A friend and associate of the Transcendentalists in Concord, Nathaniel Hawthorne has rarely been taken seriously as a writer interested in the natural world. This book seeks to redress this omission by elucidating the sense of environmentality that emanates from Hawthorne's romances and other writings. Hawthorne's sense of kinship with the natural world runs deep in his work, particularly when his fiction is examined alongside his voluminous notebooks. Rethinking Nathaniel Hawthorne and Nature also contributes to the growing scholarly work aiming to illuminate Hawthorne as a writer deeply engaged in the issues of his day, particularly involving the environment, rather than an author simply interested in reinterpreting colonial history. Today's readers stand to gain a rich new understanding of Hawthorne by reassessing Hawthorne's attitude toward the natural world.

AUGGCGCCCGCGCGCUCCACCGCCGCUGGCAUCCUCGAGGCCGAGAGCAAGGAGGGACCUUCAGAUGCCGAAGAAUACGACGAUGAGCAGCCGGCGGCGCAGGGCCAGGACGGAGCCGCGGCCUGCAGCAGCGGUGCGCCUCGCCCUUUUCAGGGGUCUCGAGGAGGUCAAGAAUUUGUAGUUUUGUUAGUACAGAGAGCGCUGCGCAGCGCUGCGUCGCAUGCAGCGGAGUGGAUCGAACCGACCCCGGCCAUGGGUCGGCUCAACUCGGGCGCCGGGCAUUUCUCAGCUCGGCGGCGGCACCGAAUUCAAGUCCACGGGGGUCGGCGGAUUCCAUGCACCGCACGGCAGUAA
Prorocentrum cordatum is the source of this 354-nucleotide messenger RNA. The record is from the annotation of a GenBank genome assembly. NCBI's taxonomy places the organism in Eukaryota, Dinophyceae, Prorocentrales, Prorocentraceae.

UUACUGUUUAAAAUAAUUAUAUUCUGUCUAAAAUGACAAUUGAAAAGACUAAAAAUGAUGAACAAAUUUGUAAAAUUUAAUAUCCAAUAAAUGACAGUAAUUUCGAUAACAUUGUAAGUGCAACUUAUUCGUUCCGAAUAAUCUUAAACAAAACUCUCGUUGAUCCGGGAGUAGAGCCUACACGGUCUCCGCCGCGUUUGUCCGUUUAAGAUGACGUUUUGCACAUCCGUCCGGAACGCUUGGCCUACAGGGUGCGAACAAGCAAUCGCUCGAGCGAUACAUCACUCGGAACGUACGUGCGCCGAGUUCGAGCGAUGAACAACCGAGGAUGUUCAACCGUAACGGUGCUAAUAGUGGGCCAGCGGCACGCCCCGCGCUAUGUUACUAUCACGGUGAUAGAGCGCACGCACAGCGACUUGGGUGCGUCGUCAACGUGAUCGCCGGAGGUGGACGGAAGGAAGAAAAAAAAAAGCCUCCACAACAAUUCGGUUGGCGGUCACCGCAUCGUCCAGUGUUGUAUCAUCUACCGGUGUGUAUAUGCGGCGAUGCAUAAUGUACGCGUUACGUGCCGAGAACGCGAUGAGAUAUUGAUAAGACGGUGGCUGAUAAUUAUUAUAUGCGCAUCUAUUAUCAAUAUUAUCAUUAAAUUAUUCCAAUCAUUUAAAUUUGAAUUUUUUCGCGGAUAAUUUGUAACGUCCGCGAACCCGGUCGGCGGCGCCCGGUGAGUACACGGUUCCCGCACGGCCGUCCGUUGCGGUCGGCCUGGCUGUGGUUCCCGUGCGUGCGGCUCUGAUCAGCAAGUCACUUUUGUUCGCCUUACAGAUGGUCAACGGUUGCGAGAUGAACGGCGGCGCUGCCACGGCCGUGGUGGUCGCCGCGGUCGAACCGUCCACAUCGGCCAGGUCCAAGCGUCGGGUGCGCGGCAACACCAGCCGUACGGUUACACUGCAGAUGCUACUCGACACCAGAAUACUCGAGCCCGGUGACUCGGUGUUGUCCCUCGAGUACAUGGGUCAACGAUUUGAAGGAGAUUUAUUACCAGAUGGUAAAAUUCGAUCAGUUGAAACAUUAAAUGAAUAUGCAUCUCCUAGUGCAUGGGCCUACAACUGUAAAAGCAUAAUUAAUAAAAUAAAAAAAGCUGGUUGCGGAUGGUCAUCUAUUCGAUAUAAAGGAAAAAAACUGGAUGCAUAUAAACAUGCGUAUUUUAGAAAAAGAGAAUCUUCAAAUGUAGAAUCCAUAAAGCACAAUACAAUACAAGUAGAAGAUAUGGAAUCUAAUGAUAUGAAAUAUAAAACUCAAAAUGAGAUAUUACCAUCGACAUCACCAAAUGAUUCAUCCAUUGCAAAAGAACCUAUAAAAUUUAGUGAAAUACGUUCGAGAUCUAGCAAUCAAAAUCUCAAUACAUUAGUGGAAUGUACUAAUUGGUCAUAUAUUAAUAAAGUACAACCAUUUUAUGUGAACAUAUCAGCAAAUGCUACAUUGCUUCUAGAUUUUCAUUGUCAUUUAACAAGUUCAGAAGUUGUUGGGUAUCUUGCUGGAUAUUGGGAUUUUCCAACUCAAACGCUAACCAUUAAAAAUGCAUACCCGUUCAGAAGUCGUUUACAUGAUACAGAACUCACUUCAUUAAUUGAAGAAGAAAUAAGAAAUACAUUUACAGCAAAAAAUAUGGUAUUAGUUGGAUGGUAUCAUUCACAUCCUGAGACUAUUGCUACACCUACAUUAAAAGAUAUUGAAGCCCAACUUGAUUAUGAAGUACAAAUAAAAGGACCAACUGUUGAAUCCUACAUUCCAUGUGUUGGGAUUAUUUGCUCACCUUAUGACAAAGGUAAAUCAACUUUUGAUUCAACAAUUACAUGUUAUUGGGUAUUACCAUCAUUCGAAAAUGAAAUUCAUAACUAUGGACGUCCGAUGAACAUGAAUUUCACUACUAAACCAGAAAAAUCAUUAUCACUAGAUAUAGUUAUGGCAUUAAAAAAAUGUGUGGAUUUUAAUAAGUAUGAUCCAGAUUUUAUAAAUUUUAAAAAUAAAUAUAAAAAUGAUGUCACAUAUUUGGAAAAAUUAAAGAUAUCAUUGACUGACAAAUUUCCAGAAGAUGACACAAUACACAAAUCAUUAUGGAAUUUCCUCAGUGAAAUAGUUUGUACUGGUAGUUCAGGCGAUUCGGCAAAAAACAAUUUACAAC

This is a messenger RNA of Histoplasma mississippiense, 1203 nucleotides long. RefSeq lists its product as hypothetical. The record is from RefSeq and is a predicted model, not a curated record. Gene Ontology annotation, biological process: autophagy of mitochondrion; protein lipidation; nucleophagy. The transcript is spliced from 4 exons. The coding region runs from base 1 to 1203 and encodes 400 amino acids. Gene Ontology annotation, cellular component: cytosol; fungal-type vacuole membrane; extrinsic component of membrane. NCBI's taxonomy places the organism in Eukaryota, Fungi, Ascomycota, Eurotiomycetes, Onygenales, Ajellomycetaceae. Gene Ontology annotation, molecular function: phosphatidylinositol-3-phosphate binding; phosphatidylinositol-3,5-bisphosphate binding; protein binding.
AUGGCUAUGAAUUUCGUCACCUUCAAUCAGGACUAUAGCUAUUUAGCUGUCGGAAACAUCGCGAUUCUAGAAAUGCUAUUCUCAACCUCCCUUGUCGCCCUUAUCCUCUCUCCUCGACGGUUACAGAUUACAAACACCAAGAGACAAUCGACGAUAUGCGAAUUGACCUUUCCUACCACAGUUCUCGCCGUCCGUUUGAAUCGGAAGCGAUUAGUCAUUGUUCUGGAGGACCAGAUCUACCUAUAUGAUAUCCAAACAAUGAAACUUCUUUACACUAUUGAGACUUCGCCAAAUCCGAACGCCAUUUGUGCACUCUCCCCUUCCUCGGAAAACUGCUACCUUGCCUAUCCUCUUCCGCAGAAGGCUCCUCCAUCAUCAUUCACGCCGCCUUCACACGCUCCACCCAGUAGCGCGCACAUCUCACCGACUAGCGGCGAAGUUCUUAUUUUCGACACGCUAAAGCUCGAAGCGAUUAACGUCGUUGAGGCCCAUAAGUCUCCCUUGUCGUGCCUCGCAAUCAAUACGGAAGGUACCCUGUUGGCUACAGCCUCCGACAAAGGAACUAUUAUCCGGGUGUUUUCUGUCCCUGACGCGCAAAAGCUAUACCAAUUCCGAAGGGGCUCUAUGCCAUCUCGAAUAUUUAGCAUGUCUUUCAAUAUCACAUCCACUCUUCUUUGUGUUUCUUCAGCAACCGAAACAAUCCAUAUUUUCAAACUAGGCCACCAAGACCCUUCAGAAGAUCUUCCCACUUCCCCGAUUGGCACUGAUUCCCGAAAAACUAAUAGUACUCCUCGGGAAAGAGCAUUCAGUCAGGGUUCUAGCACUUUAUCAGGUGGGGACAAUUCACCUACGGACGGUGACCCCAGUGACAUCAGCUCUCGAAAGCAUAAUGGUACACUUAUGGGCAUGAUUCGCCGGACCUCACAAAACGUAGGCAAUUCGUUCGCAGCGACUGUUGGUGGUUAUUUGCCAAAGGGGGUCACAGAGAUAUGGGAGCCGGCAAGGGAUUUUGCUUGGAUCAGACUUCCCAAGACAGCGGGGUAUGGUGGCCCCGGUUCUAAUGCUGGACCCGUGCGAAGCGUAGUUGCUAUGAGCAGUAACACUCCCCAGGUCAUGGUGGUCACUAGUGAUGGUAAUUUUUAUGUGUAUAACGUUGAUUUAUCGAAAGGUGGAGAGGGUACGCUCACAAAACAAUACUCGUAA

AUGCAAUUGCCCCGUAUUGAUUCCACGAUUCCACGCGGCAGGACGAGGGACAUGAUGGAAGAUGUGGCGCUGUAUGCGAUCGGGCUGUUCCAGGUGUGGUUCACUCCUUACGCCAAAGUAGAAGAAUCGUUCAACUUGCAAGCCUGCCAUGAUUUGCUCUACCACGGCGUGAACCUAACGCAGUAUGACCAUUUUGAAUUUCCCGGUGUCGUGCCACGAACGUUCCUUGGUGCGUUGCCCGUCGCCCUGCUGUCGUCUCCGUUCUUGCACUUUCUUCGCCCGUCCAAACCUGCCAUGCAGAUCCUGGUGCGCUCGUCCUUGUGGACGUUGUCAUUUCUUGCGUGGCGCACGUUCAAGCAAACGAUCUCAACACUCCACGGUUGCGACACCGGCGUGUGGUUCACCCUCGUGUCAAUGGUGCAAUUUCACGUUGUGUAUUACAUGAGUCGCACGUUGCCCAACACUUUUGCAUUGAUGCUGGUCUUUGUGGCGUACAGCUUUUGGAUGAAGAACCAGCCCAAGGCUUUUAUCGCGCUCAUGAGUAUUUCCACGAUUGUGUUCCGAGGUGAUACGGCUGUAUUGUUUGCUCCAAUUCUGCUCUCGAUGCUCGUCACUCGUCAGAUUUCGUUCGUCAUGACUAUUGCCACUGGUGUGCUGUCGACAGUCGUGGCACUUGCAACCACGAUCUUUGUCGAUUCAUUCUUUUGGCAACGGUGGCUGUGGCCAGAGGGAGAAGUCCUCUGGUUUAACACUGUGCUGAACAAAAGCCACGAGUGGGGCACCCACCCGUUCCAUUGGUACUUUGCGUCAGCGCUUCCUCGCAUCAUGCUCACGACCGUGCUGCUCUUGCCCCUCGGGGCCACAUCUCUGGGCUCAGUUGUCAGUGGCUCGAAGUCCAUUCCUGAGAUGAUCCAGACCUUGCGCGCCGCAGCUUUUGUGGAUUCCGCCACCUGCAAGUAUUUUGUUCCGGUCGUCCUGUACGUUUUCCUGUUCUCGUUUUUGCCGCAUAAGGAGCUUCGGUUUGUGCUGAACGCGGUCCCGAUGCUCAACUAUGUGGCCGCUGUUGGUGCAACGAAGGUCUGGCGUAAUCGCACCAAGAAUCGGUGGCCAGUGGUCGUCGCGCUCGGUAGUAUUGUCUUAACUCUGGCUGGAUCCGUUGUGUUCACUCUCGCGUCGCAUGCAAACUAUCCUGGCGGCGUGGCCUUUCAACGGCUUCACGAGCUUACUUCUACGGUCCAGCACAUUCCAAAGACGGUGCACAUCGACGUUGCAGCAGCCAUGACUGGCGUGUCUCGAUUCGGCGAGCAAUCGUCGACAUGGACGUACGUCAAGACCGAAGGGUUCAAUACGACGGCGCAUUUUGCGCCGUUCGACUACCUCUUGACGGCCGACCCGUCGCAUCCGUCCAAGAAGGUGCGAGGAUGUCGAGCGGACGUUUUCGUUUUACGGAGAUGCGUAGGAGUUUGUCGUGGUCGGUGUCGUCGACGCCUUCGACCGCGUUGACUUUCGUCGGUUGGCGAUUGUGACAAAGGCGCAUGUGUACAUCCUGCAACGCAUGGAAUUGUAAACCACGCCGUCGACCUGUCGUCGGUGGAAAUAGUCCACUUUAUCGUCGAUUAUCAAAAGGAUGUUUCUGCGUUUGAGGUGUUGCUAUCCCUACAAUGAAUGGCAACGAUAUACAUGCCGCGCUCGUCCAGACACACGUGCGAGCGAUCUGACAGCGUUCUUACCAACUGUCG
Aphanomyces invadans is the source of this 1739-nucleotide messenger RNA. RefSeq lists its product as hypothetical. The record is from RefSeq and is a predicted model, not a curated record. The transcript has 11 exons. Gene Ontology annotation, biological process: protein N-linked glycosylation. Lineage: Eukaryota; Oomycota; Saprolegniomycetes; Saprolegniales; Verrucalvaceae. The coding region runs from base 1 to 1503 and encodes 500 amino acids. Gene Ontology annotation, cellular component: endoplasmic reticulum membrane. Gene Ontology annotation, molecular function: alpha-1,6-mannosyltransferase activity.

About the Author
Steven Petersheim is associate professor of American literature at Indiana University East and coeditor of Writing the Environment in Nineteenth-Century American Literature: The Ecological Awareness of Early Scribes of Nature.